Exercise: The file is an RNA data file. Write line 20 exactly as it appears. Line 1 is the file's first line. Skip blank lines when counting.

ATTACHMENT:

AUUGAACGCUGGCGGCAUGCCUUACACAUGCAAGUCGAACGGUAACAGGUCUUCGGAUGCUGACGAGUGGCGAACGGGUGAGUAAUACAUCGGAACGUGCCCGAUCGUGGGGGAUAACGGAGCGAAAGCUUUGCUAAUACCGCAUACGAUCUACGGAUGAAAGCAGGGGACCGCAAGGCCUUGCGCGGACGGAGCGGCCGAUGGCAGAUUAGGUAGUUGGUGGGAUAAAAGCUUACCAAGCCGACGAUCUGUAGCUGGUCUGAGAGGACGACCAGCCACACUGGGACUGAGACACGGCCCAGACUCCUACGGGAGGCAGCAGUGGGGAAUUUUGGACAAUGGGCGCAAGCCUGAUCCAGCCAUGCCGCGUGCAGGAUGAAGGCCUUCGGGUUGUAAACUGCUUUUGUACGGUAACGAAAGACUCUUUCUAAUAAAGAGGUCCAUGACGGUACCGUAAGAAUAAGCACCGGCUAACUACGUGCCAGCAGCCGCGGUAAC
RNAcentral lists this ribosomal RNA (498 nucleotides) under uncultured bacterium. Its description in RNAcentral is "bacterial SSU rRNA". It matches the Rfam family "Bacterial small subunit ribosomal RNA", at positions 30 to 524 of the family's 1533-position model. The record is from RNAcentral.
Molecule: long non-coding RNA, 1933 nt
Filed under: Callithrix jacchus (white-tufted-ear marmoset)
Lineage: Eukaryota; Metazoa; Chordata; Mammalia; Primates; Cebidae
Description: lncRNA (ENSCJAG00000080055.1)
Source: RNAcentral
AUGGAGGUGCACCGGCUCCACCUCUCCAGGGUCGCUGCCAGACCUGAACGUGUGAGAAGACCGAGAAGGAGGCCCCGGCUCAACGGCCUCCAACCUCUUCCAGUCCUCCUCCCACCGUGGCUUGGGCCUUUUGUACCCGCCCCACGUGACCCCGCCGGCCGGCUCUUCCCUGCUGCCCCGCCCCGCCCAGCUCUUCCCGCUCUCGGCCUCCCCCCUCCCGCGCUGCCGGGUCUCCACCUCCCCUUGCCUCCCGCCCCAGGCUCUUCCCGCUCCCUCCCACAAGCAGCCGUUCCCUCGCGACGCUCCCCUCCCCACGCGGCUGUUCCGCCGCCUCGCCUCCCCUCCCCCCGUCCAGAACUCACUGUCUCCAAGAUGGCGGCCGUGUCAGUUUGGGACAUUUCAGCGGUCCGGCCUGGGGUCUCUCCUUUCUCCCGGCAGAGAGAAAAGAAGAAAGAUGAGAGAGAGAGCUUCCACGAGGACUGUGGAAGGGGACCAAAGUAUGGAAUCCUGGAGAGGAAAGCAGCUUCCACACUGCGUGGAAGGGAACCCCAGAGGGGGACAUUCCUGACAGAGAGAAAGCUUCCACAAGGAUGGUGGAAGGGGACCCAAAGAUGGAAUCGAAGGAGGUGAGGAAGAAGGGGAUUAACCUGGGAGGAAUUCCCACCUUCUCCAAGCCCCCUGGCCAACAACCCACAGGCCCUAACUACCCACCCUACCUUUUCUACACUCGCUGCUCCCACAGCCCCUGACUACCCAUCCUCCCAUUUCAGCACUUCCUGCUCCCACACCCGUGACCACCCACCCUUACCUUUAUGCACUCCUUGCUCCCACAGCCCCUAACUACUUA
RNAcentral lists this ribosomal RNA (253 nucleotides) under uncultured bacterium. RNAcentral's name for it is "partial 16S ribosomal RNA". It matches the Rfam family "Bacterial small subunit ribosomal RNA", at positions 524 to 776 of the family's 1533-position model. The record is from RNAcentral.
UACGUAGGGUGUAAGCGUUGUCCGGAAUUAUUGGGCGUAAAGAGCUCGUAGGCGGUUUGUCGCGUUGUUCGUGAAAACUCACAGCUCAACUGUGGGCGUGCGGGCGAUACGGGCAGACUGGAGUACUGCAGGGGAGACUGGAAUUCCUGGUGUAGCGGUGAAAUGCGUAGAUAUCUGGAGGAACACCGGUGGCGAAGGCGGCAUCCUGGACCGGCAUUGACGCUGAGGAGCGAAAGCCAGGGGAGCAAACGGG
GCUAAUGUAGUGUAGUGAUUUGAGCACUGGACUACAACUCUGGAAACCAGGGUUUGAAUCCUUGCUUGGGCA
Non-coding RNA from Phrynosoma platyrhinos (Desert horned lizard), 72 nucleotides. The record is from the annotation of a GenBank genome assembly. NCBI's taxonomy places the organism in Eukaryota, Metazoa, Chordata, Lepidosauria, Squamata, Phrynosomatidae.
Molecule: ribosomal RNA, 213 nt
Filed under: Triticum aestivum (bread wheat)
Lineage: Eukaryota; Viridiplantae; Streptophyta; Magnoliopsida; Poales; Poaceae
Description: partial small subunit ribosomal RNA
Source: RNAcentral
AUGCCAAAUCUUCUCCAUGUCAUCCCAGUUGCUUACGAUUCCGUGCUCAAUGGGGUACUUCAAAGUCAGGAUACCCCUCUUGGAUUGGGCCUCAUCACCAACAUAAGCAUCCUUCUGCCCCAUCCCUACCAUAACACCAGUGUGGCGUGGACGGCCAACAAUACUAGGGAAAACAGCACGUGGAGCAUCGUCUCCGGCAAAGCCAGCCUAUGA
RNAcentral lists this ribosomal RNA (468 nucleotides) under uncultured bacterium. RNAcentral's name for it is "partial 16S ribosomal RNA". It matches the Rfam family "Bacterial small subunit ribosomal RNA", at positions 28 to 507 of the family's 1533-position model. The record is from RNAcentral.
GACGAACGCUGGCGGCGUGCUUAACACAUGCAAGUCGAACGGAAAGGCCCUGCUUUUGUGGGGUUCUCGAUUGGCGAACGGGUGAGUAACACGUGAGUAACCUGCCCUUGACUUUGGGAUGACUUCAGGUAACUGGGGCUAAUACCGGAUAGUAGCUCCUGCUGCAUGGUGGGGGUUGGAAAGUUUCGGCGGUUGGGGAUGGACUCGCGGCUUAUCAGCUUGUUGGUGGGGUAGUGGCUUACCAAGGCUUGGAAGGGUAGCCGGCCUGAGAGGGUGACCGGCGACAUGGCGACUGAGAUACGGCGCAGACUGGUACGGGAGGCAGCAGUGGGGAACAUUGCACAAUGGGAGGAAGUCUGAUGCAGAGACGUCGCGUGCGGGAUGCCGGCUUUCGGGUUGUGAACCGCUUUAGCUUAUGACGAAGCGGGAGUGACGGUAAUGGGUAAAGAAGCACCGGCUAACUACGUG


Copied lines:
GACGAACGCUGGCGGCGUGCUUAACACAUGCAAGUCGAACGGAAAGGCCCUGCUUUUGUGGGGUUCUCGAUUGGCGAACGGGUGAGUAACACGUGAGUAACCUGCCCUUGACUUUGGGAUGACUUCAGGUAACUGGGGCUAAUACCGGAUAGUAGCUCCUGCUGCAUGGUGGGGGUUGGAAAGUUUCGGCGGUUGGGGAUGGACUCGCGGCUUAUCAGCUUGUUGGUGGGGUAGUGGCUUACCAAGGCUUGGAAGGGUAGCCGGCCUGAGAGGGUGACCGGCGACAUGGCGACUGAGAUACGGCGCAGACUGGUACGGGAGGCAGCAGUGGGGAACAUUGCACAAUGGGAGGAAGUCUGAUGCAGAGACGUCGCGUGCGGGAUGCCGGCUUUCGGGUUGUGAACCGCUUUAGCUUAUGACGAAGCGGGAGUGACGGUAAUGGGUAAAGAAGCACCGGCUAACUACGUG